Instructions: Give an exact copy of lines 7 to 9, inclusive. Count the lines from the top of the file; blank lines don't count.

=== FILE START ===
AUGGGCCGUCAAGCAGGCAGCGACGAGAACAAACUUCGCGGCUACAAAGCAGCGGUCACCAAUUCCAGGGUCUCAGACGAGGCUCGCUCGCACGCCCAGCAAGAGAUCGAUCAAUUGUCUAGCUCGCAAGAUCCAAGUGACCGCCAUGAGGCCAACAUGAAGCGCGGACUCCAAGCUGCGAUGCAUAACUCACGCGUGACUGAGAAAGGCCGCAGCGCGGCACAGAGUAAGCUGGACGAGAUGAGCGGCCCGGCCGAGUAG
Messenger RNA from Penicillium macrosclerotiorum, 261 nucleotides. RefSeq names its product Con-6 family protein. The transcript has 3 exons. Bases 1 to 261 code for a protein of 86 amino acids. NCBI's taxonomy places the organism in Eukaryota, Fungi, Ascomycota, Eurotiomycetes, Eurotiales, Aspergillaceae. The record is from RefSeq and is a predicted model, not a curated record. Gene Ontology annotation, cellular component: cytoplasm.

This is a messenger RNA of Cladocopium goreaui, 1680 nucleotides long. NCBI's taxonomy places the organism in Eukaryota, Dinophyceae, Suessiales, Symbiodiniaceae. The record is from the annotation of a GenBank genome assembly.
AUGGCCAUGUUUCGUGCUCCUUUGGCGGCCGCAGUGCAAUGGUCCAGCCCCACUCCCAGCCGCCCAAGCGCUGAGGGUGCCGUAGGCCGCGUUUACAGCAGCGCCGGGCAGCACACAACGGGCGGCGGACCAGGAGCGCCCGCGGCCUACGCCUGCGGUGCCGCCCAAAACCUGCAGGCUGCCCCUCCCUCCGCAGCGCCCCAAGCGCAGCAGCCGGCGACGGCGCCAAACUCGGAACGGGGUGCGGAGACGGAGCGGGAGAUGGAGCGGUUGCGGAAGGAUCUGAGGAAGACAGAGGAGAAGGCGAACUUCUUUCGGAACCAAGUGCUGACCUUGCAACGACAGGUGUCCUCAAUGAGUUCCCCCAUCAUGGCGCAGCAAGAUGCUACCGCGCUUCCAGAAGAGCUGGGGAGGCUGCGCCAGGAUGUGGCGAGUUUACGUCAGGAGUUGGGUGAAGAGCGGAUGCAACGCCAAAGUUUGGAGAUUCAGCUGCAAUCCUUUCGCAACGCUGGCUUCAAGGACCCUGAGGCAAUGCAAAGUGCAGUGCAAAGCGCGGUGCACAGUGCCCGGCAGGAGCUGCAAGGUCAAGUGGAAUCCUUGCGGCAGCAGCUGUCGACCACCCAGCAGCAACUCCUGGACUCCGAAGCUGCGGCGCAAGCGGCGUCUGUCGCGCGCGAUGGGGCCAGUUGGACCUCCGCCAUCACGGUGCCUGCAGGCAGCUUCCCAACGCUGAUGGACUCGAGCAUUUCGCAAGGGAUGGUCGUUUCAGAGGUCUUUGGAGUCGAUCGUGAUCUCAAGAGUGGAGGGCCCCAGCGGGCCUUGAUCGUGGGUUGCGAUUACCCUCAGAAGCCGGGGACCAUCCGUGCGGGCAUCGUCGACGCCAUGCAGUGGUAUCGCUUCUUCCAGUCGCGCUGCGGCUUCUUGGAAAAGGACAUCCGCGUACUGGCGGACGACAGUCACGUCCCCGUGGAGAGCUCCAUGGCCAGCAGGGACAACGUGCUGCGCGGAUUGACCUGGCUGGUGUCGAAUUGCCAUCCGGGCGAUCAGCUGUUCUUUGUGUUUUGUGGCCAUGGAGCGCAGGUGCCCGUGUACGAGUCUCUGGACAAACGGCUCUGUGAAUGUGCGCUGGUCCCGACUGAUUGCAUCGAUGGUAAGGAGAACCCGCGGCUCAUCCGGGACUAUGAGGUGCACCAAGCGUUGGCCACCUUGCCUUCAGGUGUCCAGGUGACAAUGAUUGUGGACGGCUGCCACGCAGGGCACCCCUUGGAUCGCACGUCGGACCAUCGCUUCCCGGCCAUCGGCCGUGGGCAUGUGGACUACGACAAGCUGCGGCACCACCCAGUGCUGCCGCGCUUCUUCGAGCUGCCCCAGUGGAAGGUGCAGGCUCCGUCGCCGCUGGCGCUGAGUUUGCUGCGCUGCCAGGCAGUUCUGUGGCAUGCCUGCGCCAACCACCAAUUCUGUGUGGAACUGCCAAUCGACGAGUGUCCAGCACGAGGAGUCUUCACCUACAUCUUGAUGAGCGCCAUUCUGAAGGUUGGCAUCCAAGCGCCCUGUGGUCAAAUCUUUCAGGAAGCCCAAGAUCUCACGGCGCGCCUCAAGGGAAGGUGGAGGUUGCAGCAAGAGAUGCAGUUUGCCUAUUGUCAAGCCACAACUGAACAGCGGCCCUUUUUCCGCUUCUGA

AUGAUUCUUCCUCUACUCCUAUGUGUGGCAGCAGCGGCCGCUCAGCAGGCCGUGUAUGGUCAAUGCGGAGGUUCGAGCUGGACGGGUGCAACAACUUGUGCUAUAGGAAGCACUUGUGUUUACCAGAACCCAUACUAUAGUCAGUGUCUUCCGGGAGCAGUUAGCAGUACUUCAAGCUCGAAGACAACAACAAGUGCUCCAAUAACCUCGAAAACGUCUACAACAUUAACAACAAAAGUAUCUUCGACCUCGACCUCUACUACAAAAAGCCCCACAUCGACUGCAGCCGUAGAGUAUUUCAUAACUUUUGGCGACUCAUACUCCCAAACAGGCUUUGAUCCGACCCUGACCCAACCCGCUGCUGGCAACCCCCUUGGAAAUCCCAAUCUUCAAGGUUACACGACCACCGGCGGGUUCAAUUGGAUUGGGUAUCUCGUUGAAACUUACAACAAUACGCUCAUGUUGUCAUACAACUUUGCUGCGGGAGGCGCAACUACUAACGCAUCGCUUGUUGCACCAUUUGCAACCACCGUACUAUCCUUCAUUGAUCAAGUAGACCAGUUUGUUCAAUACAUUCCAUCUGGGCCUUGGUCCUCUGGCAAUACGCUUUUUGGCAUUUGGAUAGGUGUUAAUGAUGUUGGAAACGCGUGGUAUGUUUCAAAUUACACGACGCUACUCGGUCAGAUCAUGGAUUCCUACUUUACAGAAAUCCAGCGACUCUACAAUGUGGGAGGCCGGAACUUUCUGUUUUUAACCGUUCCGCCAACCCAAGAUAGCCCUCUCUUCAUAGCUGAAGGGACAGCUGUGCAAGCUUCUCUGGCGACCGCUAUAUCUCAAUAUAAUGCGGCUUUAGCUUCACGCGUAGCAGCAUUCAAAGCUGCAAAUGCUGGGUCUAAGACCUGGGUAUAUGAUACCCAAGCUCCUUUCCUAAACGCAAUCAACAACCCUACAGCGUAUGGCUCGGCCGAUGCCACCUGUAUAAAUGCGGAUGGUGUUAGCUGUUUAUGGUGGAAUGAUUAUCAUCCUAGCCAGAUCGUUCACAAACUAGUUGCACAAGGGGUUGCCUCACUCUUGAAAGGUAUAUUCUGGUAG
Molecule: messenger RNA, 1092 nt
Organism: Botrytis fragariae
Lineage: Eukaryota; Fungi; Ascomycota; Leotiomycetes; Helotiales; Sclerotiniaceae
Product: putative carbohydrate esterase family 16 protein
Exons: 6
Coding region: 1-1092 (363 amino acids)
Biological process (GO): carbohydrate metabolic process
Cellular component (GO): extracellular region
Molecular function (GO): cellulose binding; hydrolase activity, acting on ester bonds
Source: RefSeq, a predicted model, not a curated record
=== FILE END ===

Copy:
Organism: Botrytis fragariae
Lineage: Eukaryota; Fungi; Ascomycota; Leotiomycetes; Helotiales; Sclerotiniaceae
Product: putative carbohydrate esterase family 16 protein